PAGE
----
From JDSupra, Zarema Jaramillo, Jessica Kriegsfeld, Jonathan Lewis, and Julie Levinson Werner discuss a rule proposed by the Federal Trade Commission that would prohibit companies from entering into non-compete agreements with workers which includes independent contractors. Zarema, Jessica, Jonathan, and Julie write:
On January 5, 2023, the Federal Trade Commission (“FTC”) proposed a rule (the “Proposed Rule”) that would prohibit companies from imposing post-employment noncompete agreements. If enacted, the Proposed Rule would bar employers from entering into noncompete agreements with employees, independent contractors, and unpaid workers, and would require employers to repeal or nullify any existing restrictions within six months of the Proposed Rule’s effective date.
The Proposed Rule would permit noncompete agreements in connection with the sale of a business, but only where the party restricted by the non-compete clause is an owner, member, or partner holding at least a 25 percent ownership interest in a business entity. The Proposed Rule would not prohibit non-disclosure agreements (“NDAs”) or customer non-solicitation agreements because, as the FTC has explained, “these covenants generally do not prevent a worker from seeking or accepting employment with a person or operating a business after the conclusion of the worker’s employment with the employer.”
The public will have 60 days to submit comments on the Proposed Rule. Presumably, the FTC will then move to make the proposal final. Legal challenges are all but certain, both in terms of the substance and the FTC’s legal authority to impose such a wide sweeping pronouncement without legislative approval. The Proposed Rule contemplates an effective date 180 days after the final version is published.
Given prior actions by the Biden Administration, this action by the FTC is not surprising (except perhaps the breadth of prohibition). As we mentioned in our previous article, President Biden issued an Executive Order in July 2021 that made clear his administration would be scrutinizing noncompete agreements and encouraging the FTC to ban or substantially limit them. Also, both the FTC and the Department of Justice recently have been focusing on labor-related conduct, and have been investigating and even bringing enforcement actions against agreements and consolidations that allegedly restrain competition in labor markets.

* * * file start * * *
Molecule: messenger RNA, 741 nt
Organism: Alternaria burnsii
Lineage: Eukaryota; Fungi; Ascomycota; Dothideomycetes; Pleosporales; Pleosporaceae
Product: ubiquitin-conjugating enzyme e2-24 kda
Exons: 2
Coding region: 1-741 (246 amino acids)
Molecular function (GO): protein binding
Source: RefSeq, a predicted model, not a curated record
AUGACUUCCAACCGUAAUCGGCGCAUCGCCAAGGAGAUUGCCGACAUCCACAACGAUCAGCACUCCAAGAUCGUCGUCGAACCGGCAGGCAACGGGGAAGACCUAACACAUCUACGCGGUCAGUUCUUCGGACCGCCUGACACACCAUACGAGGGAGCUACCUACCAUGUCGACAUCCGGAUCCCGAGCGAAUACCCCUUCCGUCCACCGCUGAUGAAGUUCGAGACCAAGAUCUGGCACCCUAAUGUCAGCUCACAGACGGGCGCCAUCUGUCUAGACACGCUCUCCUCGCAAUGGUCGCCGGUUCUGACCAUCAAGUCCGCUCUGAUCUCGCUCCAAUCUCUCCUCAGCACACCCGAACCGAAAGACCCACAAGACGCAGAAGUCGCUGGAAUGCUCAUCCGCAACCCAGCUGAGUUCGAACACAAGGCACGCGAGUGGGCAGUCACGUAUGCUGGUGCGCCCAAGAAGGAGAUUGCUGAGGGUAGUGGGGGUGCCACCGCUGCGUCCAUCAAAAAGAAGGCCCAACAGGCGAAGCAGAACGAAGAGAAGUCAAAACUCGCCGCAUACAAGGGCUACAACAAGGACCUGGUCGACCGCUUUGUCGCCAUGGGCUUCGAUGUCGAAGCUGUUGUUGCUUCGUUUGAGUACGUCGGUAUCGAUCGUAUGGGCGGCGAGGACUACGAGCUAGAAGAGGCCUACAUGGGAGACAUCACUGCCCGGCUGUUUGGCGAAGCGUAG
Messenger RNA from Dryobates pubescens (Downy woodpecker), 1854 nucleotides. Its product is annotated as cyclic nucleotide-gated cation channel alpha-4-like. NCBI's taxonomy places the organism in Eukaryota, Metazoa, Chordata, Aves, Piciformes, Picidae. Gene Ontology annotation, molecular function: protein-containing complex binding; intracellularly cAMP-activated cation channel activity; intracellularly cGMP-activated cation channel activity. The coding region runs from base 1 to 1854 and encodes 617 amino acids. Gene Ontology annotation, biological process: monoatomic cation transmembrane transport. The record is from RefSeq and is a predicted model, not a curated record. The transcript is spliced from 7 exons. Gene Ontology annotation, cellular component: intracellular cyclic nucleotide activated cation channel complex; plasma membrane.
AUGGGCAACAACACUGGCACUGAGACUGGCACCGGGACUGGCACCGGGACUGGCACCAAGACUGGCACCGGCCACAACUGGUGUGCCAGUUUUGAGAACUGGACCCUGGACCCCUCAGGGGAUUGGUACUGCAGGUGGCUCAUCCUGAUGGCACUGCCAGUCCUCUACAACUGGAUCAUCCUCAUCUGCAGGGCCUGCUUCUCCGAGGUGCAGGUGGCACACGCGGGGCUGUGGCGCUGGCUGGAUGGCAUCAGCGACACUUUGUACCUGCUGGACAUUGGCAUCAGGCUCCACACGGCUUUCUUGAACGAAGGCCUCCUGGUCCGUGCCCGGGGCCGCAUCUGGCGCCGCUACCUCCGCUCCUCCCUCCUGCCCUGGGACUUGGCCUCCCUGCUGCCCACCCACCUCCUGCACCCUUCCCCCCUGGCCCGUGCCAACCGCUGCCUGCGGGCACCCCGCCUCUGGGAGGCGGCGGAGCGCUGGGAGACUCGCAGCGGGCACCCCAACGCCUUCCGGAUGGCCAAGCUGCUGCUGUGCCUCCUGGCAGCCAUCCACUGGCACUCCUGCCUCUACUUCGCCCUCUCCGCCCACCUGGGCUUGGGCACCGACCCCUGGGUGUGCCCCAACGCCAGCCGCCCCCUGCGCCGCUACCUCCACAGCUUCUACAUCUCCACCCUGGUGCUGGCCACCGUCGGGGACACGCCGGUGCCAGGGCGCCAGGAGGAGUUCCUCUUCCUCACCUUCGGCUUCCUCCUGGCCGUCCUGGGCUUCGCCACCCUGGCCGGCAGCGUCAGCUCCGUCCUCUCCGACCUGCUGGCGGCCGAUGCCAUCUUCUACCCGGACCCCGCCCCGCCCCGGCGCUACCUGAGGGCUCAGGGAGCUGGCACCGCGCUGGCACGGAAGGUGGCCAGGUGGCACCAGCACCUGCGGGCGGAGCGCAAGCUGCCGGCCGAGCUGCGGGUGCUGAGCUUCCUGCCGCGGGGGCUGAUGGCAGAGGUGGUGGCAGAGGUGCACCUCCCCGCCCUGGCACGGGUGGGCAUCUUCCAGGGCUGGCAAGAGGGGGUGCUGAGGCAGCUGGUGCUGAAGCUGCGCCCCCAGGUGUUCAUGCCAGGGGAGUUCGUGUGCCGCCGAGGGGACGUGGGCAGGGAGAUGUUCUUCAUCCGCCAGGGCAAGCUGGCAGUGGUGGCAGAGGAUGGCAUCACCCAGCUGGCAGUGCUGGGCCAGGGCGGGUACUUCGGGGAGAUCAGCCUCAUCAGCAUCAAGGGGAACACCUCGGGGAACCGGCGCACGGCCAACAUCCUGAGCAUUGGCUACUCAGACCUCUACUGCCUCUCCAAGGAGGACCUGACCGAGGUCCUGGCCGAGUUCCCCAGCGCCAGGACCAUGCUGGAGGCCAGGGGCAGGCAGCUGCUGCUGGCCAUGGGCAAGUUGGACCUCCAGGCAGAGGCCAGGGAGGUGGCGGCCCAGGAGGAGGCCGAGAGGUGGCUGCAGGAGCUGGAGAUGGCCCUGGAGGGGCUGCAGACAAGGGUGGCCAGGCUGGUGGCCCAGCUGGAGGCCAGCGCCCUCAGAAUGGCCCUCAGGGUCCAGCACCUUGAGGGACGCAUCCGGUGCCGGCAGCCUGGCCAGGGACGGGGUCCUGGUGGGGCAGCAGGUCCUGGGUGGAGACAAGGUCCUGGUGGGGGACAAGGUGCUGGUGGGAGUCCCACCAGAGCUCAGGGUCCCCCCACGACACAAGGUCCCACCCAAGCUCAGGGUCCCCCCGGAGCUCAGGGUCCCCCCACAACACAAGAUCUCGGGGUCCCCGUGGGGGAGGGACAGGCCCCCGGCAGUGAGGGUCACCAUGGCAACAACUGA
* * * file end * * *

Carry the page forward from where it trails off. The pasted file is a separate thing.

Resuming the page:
In addition to the Proposed Rule, the FTC announced that it has reached settlements with three large companies to release employees from what the FTC called unfair noncompete agreements, further demonstrating the FTC’s increased scrutiny of noncompete agreements.
Similar to the action at the federal level, many states have taken steps in recent years to restrict or limit the enforceability of employment noncompetes. Multiple states now require that a job applicant receive a noncompete at least 14 days prior to their start date. Colorado now requires an employee to be paid over $100,000, the District of Columbia has a $150,000 annual salary threshold, and Illinois requires an employee be paid at least $75,000 per year to be subject to a noncompete. States such as Maine, Massachusetts, Maryland, Virginia and Washington, DC prohibit noncompetes for hourly workers. In one way or another, almost half of the states restrict the ability of employers to enforce noncompete agreements against employees. And for many years, states like California, Oklahoma, and North Dakota have deemed employment noncompete agreements largely unenforceable.
Against this backdrop, HR professionals must also remember that, in October 2016, the FTC and the Department of Justice Antitrust Division (the “Division”) jointly issued their “Antitrust Guidance for Human Resource Professionals.” There, the agencies gave notice that the Division would “proceed criminally against naked wage-fixing or no-poaching agreements.” Agreeing with individual(s) at another company about employee salary or other terms of compensation, either at a specific level or within a range (so-called wage-fixing agreements, or agreeing with individual(s) at another company to refuse to solicit or hire that other company’s employees (so-called “no poaching” agreements), may result in criminal prosecution.